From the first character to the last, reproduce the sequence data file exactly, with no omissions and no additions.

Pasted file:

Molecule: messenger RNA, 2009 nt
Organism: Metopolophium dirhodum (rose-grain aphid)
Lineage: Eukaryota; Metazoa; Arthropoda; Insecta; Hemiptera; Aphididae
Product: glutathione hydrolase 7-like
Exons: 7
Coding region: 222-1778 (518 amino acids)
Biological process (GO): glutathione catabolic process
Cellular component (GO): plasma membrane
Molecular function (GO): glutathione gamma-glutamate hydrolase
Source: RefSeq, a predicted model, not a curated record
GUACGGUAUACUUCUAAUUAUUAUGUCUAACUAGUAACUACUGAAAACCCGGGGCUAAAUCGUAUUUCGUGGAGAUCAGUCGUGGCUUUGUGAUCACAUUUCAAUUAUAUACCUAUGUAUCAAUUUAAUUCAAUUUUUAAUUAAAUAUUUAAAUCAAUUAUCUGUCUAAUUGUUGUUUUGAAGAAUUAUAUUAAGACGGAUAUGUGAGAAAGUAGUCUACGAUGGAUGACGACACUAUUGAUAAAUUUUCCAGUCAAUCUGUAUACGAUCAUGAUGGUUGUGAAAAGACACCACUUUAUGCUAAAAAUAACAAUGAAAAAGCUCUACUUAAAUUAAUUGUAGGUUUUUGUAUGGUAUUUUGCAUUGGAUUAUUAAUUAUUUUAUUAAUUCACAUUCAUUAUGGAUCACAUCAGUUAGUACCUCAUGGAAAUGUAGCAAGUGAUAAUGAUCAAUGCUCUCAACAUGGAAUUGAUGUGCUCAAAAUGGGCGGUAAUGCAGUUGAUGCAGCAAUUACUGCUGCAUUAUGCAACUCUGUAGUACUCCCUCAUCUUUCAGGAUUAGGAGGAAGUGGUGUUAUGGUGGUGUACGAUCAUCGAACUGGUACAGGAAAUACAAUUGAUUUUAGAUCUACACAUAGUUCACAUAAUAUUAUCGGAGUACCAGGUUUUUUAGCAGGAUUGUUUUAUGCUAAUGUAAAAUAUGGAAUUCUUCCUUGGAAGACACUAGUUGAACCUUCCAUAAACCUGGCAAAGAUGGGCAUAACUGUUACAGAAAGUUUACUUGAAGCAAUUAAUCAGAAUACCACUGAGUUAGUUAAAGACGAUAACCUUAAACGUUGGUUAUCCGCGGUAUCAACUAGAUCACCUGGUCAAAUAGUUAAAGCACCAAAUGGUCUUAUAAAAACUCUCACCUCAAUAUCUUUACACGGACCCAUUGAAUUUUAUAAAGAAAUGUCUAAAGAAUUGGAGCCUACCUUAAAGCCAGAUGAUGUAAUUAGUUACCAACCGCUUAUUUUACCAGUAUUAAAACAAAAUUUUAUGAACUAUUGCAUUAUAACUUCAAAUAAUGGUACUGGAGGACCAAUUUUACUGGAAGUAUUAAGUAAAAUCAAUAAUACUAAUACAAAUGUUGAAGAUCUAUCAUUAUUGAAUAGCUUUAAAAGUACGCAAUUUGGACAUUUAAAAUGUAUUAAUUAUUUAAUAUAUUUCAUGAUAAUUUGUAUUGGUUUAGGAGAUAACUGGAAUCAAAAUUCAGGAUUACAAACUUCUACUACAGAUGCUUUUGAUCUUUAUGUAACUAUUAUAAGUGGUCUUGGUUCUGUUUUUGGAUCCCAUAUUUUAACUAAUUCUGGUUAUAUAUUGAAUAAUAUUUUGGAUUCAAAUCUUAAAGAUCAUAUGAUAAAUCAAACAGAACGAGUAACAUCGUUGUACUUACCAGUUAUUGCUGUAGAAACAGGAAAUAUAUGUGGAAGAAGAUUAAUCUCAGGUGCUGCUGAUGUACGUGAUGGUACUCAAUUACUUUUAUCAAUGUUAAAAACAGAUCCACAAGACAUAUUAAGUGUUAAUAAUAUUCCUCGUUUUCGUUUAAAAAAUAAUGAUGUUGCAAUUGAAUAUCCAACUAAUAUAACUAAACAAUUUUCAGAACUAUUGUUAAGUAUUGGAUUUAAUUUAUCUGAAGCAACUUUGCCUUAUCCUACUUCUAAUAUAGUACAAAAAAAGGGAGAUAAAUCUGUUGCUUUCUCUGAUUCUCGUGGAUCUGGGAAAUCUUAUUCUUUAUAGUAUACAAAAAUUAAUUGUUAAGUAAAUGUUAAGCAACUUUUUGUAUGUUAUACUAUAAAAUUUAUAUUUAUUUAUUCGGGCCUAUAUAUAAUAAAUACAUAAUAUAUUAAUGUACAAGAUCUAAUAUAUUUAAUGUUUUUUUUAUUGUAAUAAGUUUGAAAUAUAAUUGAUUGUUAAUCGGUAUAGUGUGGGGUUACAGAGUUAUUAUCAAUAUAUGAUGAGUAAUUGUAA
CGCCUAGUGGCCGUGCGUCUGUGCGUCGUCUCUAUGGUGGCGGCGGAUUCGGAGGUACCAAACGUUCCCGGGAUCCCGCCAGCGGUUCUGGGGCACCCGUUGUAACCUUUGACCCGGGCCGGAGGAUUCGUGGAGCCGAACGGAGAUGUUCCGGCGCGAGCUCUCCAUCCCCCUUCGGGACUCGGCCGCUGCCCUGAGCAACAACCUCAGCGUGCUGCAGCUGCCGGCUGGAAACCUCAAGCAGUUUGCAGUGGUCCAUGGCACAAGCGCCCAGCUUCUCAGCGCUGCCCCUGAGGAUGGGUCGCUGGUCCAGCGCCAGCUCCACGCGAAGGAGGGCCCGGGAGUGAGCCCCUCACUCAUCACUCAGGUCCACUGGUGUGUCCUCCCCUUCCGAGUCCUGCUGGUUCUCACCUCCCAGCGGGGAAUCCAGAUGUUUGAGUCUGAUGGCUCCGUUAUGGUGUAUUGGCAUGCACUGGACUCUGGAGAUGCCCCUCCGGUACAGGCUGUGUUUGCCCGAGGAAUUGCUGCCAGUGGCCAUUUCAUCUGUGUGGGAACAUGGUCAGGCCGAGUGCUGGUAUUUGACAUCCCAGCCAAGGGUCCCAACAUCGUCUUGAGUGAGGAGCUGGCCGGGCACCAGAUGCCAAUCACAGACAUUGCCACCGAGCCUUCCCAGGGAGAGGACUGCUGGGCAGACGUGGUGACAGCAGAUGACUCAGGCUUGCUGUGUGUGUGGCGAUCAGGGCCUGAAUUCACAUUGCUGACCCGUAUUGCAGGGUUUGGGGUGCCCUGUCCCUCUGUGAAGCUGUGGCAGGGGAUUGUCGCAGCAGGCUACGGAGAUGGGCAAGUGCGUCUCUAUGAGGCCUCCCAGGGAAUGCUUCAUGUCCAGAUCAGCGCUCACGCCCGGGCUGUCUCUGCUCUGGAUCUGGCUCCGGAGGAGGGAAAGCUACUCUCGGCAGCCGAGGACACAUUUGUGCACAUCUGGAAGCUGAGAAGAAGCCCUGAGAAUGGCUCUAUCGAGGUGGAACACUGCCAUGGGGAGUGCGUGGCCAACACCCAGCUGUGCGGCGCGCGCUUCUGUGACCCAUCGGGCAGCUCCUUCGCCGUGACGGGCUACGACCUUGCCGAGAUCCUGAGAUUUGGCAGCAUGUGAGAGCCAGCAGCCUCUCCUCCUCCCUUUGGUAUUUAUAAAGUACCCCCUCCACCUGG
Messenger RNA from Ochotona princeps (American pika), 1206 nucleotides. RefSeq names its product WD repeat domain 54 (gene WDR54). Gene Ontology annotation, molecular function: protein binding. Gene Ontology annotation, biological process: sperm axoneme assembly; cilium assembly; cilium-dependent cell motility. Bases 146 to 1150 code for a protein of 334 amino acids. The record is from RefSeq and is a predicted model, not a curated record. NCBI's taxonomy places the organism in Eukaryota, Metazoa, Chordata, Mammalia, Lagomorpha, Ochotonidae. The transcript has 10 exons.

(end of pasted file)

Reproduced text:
Molecule: messenger RNA, 2009 nt
Organism: Metopolophium dirhodum (rose-grain aphid)
Lineage: Eukaryota; Metazoa; Arthropoda; Insecta; Hemiptera; Aphididae
Product: glutathione hydrolase 7-like
Exons: 7
Coding region: 222-1778 (518 amino acids)
Biological process (GO): glutathione catabolic process
Cellular component (GO): plasma membrane
Molecular function (GO): glutathione gamma-glutamate hydrolase
Source: RefSeq, a predicted model, not a curated record
GUACGGUAUACUUCUAAUUAUUAUGUCUAACUAGUAACUACUGAAAACCCGGGGCUAAAUCGUAUUUCGUGGAGAUCAGUCGUGGCUUUGUGAUCACAUUUCAAUUAUAUACCUAUGUAUCAAUUUAAUUCAAUUUUUAAUUAAAUAUUUAAAUCAAUUAUCUGUCUAAUUGUUGUUUUGAAGAAUUAUAUUAAGACGGAUAUGUGAGAAAGUAGUCUACGAUGGAUGACGACACUAUUGAUAAAUUUUCCAGUCAAUCUGUAUACGAUCAUGAUGGUUGUGAAAAGACACCACUUUAUGCUAAAAAUAACAAUGAAAAAGCUCUACUUAAAUUAAUUGUAGGUUUUUGUAUGGUAUUUUGCAUUGGAUUAUUAAUUAUUUUAUUAAUUCACAUUCAUUAUGGAUCACAUCAGUUAGUACCUCAUGGAAAUGUAGCAAGUGAUAAUGAUCAAUGCUCUCAACAUGGAAUUGAUGUGCUCAAAAUGGGCGGUAAUGCAGUUGAUGCAGCAAUUACUGCUGCAUUAUGCAACUCUGUAGUACUCCCUCAUCUUUCAGGAUUAGGAGGAAGUGGUGUUAUGGUGGUGUACGAUCAUCGAACUGGUACAGGAAAUACAAUUGAUUUUAGAUCUACACAUAGUUCACAUAAUAUUAUCGGAGUACCAGGUUUUUUAGCAGGAUUGUUUUAUGCUAAUGUAAAAUAUGGAAUUCUUCCUUGGAAGACACUAGUUGAACCUUCCAUAAACCUGGCAAAGAUGGGCAUAACUGUUACAGAAAGUUUACUUGAAGCAAUUAAUCAGAAUACCACUGAGUUAGUUAAAGACGAUAACCUUAAACGUUGGUUAUCCGCGGUAUCAACUAGAUCACCUGGUCAAAUAGUUAAAGCACCAAAUGGUCUUAUAAAAACUCUCACCUCAAUAUCUUUACACGGACCCAUUGAAUUUUAUAAAGAAAUGUCUAAAGAAUUGGAGCCUACCUUAAAGCCAGAUGAUGUAAUUAGUUACCAACCGCUUAUUUUACCAGUAUUAAAACAAAAUUUUAUGAACUAUUGCAUUAUAACUUCAAAUAAUGGUACUGGAGGACCAAUUUUACUGGAAGUAUUAAGUAAAAUCAAUAAUACUAAUACAAAUGUUGAAGAUCUAUCAUUAUUGAAUAGCUUUAAAAGUACGCAAUUUGGACAUUUAAAAUGUAUUAAUUAUUUAAUAUAUUUCAUGAUAAUUUGUAUUGGUUUAGGAGAUAACUGGAAUCAAAAUUCAGGAUUACAAACUUCUACUACAGAUGCUUUUGAUCUUUAUGUAACUAUUAUAAGUGGUCUUGGUUCUGUUUUUGGAUCCCAUAUUUUAACUAAUUCUGGUUAUAUAUUGAAUAAUAUUUUGGAUUCAAAUCUUAAAGAUCAUAUGAUAAAUCAAACAGAACGAGUAACAUCGUUGUACUUACCAGUUAUUGCUGUAGAAACAGGAAAUAUAUGUGGAAGAAGAUUAAUCUCAGGUGCUGCUGAUGUACGUGAUGGUACUCAAUUACUUUUAUCAAUGUUAAAAACAGAUCCACAAGACAUAUUAAGUGUUAAUAAUAUUCCUCGUUUUCGUUUAAAAAAUAAUGAUGUUGCAAUUGAAUAUCCAACUAAUAUAACUAAACAAUUUUCAGAACUAUUGUUAAGUAUUGGAUUUAAUUUAUCUGAAGCAACUUUGCCUUAUCCUACUUCUAAUAUAGUACAAAAAAAGGGAGAUAAAUCUGUUGCUUUCUCUGAUUCUCGUGGAUCUGGGAAAUCUUAUUCUUUAUAGUAUACAAAAAUUAAUUGUUAAGUAAAUGUUAAGCAACUUUUUGUAUGUUAUACUAUAAAAUUUAUAUUUAUUUAUUCGGGCCUAUAUAUAAUAAAUACAUAAUAUAUUAAUGUACAAGAUCUAAUAUAUUUAAUGUUUUUUUUAUUGUAAUAAGUUUGAAAUAUAAUUGAUUGUUAAUCGGUAUAGUGUGGGGUUACAGAGUUAUUAUCAAUAUAUGAUGAGUAAUUGUAA
CGCCUAGUGGCCGUGCGUCUGUGCGUCGUCUCUAUGGUGGCGGCGGAUUCGGAGGUACCAAACGUUCCCGGGAUCCCGCCAGCGGUUCUGGGGCACCCGUUGUAACCUUUGACCCGGGCCGGAGGAUUCGUGGAGCCGAACGGAGAUGUUCCGGCGCGAGCUCUCCAUCCCCCUUCGGGACUCGGCCGCUGCCCUGAGCAACAACCUCAGCGUGCUGCAGCUGCCGGCUGGAAACCUCAAGCAGUUUGCAGUGGUCCAUGGCACAAGCGCCCAGCUUCUCAGCGCUGCCCCUGAGGAUGGGUCGCUGGUCCAGCGCCAGCUCCACGCGAAGGAGGGCCCGGGAGUGAGCCCCUCACUCAUCACUCAGGUCCACUGGUGUGUCCUCCCCUUCCGAGUCCUGCUGGUUCUCACCUCCCAGCGGGGAAUCCAGAUGUUUGAGUCUGAUGGCUCCGUUAUGGUGUAUUGGCAUGCACUGGACUCUGGAGAUGCCCCUCCGGUACAGGCUGUGUUUGCCCGAGGAAUUGCUGCCAGUGGCCAUUUCAUCUGUGUGGGAACAUGGUCAGGCCGAGUGCUGGUAUUUGACAUCCCAGCCAAGGGUCCCAACAUCGUCUUGAGUGAGGAGCUGGCCGGGCACCAGAUGCCAAUCACAGACAUUGCCACCGAGCCUUCCCAGGGAGAGGACUGCUGGGCAGACGUGGUGACAGCAGAUGACUCAGGCUUGCUGUGUGUGUGGCGAUCAGGGCCUGAAUUCACAUUGCUGACCCGUAUUGCAGGGUUUGGGGUGCCCUGUCCCUCUGUGAAGCUGUGGCAGGGGAUUGUCGCAGCAGGCUACGGAGAUGGGCAAGUGCGUCUCUAUGAGGCCUCCCAGGGAAUGCUUCAUGUCCAGAUCAGCGCUCACGCCCGGGCUGUCUCUGCUCUGGAUCUGGCUCCGGAGGAGGGAAAGCUACUCUCGGCAGCCGAGGACACAUUUGUGCACAUCUGGAAGCUGAGAAGAAGCCCUGAGAAUGGCUCUAUCGAGGUGGAACACUGCCAUGGGGAGUGCGUGGCCAACACCCAGCUGUGCGGCGCGCGCUUCUGUGACCCAUCGGGCAGCUCCUUCGCCGUGACGGGCUACGACCUUGCCGAGAUCCUGAGAUUUGGCAGCAUGUGAGAGCCAGCAGCCUCUCCUCCUCCCUUUGGUAUUUAUAAAGUACCCCCUCCACCUGG
Messenger RNA from Ochotona princeps (American pika), 1206 nucleotides. RefSeq names its product WD repeat domain 54 (gene WDR54). Gene Ontology annotation, molecular function: protein binding. Gene Ontology annotation, biological process: sperm axoneme assembly; cilium assembly; cilium-dependent cell motility. Bases 146 to 1150 code for a protein of 334 amino acids. The record is from RefSeq and is a predicted model, not a curated record. NCBI's taxonomy places the organism in Eukaryota, Metazoa, Chordata, Mammalia, Lagomorpha, Ochotonidae. The transcript has 10 exons.